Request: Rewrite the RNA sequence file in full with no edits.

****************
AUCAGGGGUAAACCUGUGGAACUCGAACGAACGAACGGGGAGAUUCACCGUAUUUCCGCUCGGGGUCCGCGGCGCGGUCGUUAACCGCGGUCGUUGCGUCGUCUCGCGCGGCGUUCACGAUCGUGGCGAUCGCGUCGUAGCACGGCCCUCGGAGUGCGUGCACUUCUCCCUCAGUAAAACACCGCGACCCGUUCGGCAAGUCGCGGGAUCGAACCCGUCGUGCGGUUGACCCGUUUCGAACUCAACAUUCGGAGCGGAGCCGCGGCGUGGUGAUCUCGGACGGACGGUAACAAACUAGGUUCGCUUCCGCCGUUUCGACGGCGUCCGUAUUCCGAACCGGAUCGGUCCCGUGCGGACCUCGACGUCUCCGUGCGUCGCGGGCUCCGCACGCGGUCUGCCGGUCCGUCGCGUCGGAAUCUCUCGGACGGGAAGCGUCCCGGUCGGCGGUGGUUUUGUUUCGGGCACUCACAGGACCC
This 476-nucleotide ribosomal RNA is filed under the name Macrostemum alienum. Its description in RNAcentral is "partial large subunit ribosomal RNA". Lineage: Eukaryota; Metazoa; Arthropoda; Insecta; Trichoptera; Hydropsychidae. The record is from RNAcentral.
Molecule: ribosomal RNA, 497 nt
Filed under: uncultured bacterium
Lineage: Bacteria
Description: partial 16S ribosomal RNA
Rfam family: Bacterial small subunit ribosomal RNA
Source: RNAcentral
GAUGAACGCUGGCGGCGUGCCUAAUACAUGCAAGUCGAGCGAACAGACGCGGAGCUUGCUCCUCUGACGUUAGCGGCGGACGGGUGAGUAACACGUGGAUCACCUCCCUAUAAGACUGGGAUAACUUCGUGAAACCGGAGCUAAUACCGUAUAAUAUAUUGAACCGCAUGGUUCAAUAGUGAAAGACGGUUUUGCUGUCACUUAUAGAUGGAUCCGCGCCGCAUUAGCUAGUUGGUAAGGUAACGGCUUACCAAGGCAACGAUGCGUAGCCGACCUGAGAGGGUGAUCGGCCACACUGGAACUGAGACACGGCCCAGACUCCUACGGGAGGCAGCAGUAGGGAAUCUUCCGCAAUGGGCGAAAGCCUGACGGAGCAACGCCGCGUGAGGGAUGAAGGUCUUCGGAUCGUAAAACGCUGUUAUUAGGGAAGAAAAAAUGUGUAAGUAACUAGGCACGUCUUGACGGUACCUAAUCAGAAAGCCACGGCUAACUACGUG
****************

AUCAGGGGUAAACCUGUGGAACUCGAACGAACGAACGGGGAGAUUCACCGUAUUUCCGCUCGGGGUCCGCGGCGCGGUCGUUAACCGCGGUCGUUGCGUCGUCUCGCGCGGCGUUCACGAUCGUGGCGAUCGCGUCGUAGCACGGCCCUCGGAGUGCGUGCACUUCUCCCUCAGUAAAACACCGCGACCCGUUCGGCAAGUCGCGGGAUCGAACCCGUCGUGCGGUUGACCCGUUUCGAACUCAACAUUCGGAGCGGAGCCGCGGCGUGGUGAUCUCGGACGGACGGUAACAAACUAGGUUCGCUUCCGCCGUUUCGACGGCGUCCGUAUUCCGAACCGGAUCGGUCCCGUGCGGACCUCGACGUCUCCGUGCGUCGCGGGCUCCGCACGCGGUCUGCCGGUCCGUCGCGUCGGAAUCUCUCGGACGGGAAGCGUCCCGGUCGGCGGUGGUUUUGUUUCGGGCACUCACAGGACCC
This 476-nucleotide ribosomal RNA is filed under the name Macrostemum alienum. Its description in RNAcentral is "partial large subunit ribosomal RNA". Lineage: Eukaryota; Metazoa; Arthropoda; Insecta; Trichoptera; Hydropsychidae. The record is from RNAcentral.
Molecule: ribosomal RNA, 497 nt
Filed under: uncultured bacterium
Lineage: Bacteria
Description: partial 16S ribosomal RNA
Rfam family: Bacterial small subunit ribosomal RNA
Source: RNAcentral
GAUGAACGCUGGCGGCGUGCCUAAUACAUGCAAGUCGAGCGAACAGACGCGGAGCUUGCUCCUCUGACGUUAGCGGCGGACGGGUGAGUAACACGUGGAUCACCUCCCUAUAAGACUGGGAUAACUUCGUGAAACCGGAGCUAAUACCGUAUAAUAUAUUGAACCGCAUGGUUCAAUAGUGAAAGACGGUUUUGCUGUCACUUAUAGAUGGAUCCGCGCCGCAUUAGCUAGUUGGUAAGGUAACGGCUUACCAAGGCAACGAUGCGUAGCCGACCUGAGAGGGUGAUCGGCCACACUGGAACUGAGACACGGCCCAGACUCCUACGGGAGGCAGCAGUAGGGAAUCUUCCGCAAUGGGCGAAAGCCUGACGGAGCAACGCCGCGUGAGGGAUGAAGGUCUUCGGAUCGUAAAACGCUGUUAUUAGGGAAGAAAAAAUGUGUAAGUAACUAGGCACGUCUUGACGGUACCUAAUCAGAAAGCCACGGCUAACUACGUG